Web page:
With the emergence of large professional databases, constructing, managing, and providing effective access to such archives and collections of archives becomes crucial. Malcolm Getz conceives of electronic agents as third parties, or intermediaries, between publishers and libraries or publishers and end-users. He imagines ways such agents might "acquire rights from publishers and sell access to libraries," archive materials from disparate sources, maximize electronic storage resources, diversify payment structures, and develop "superior search interfaces and engines" across meta-hypertexts ("Electronic Publishing in Academia").
In the long run, there is little doubt that the electronic agent model will emerge as a growth industry. Getz boldly states that the role of "electronic distribution agents" is fast becoming more important than the role of printers, for two reasons: presumably because it would solve serious "congestion" problems (an economy of scale) and organize journals that are acquired from publishers, along with "other electronic materials into a coherent database." In fact, few publishers, academics, or even professional organizations have the research and development funds to develop innovative resources for managing huge volumes of digital materials efficiently. While lone web editors can spend the time necessary to filter through raw archives as they construct specialized ex post websites, what they can produce will always be limited to their own choices and perspectives on the materials and to exclusionary biases that may not take into account cross-disciplinary, divergent, or innovative study.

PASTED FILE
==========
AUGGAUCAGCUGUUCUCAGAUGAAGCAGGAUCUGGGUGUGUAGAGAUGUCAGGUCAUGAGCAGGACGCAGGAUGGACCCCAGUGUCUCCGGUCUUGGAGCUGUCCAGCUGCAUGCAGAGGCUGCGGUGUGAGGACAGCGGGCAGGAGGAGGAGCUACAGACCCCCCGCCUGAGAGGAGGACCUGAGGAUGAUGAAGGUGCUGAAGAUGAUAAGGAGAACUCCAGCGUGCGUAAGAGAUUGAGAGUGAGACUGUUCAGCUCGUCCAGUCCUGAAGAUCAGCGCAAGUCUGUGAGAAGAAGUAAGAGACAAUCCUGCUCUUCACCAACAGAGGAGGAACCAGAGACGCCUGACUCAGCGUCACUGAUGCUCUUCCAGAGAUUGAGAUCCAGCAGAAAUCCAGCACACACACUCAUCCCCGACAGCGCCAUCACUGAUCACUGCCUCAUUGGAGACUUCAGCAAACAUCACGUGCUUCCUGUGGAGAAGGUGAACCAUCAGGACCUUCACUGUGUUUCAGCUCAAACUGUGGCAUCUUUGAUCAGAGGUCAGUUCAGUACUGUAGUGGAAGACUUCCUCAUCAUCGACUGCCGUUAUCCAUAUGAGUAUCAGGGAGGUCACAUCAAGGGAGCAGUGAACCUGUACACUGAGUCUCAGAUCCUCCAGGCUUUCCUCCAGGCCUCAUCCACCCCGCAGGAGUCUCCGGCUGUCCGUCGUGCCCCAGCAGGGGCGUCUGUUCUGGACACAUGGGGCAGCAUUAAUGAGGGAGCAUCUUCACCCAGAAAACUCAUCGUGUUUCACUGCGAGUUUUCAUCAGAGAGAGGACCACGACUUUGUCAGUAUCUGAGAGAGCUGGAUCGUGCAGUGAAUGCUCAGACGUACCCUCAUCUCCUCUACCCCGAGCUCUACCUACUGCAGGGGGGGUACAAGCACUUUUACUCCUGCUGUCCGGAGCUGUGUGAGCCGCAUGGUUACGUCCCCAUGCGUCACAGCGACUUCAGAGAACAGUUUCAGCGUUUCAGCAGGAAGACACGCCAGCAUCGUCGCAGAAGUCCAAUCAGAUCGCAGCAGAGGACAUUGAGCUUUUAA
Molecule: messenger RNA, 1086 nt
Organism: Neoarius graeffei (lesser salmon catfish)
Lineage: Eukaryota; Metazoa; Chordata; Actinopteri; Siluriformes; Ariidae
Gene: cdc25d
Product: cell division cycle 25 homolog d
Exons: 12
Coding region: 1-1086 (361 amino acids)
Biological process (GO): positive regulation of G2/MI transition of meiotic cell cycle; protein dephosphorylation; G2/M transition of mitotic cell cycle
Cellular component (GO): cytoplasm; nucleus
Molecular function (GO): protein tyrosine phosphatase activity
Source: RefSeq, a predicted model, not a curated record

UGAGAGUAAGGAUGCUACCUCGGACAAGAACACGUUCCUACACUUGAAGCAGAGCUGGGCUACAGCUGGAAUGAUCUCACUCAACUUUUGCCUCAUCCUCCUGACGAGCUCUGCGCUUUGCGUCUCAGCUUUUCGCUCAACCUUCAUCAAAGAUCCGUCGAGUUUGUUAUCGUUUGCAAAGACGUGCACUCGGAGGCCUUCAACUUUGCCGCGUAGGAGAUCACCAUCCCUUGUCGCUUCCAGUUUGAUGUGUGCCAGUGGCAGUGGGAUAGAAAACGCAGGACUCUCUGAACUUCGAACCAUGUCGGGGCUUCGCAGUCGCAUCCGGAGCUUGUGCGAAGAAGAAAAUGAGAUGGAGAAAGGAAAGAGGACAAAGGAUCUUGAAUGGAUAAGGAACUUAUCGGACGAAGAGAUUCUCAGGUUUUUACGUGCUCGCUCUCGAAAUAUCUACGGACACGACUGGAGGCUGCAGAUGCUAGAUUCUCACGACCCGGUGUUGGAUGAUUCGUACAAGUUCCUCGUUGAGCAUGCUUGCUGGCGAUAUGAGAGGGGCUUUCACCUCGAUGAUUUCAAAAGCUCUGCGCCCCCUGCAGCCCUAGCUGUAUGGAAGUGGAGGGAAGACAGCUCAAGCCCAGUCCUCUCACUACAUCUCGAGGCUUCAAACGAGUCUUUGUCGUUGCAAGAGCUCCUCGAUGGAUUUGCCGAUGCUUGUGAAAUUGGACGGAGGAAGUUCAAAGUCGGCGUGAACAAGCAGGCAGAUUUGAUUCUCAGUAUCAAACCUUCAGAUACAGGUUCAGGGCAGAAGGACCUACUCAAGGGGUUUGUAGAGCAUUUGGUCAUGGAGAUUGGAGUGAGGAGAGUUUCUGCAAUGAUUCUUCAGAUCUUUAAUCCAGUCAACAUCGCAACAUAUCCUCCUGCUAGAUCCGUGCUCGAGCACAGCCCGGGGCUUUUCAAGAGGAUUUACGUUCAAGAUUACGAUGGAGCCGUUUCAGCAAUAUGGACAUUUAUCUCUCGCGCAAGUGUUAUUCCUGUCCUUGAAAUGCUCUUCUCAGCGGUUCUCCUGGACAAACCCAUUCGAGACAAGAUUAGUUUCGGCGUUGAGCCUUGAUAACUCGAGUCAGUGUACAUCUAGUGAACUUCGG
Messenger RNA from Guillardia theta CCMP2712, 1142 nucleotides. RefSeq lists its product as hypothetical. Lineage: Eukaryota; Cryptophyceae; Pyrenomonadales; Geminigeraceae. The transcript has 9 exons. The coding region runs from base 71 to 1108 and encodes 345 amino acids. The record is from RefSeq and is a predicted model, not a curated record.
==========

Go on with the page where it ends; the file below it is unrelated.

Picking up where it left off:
Unlike web editors, electronic agents, or agencies, are the likely candidates to develop dynamic hypertext linking systems that are capable of searching vast bodies of disciplinary work to produce much more than a list of unrelated hits. Such archival engines could literally assemble on-the-fly annotated meta-hypertexts. A search for string theory in quantum physics, for instance, would identify several hundred interrelated articles, book chapters, and webbed resources, rate them on the basis of user-specified criteria, select a predetermined number of texts, embed specified patterns of hypertextual links among the selected texts, and present the searcher with recommended strategies for reading based on search criteria and previous search requests by that searcher or by other users. Packaged with this meta web engine would be a range of archival software that would enable users to edit, annotate, store these on-the-fly hypertexts, and even submit their results and annotations for other users to access. Every new search would produce a new pattern of collected texts and hypertext link structures.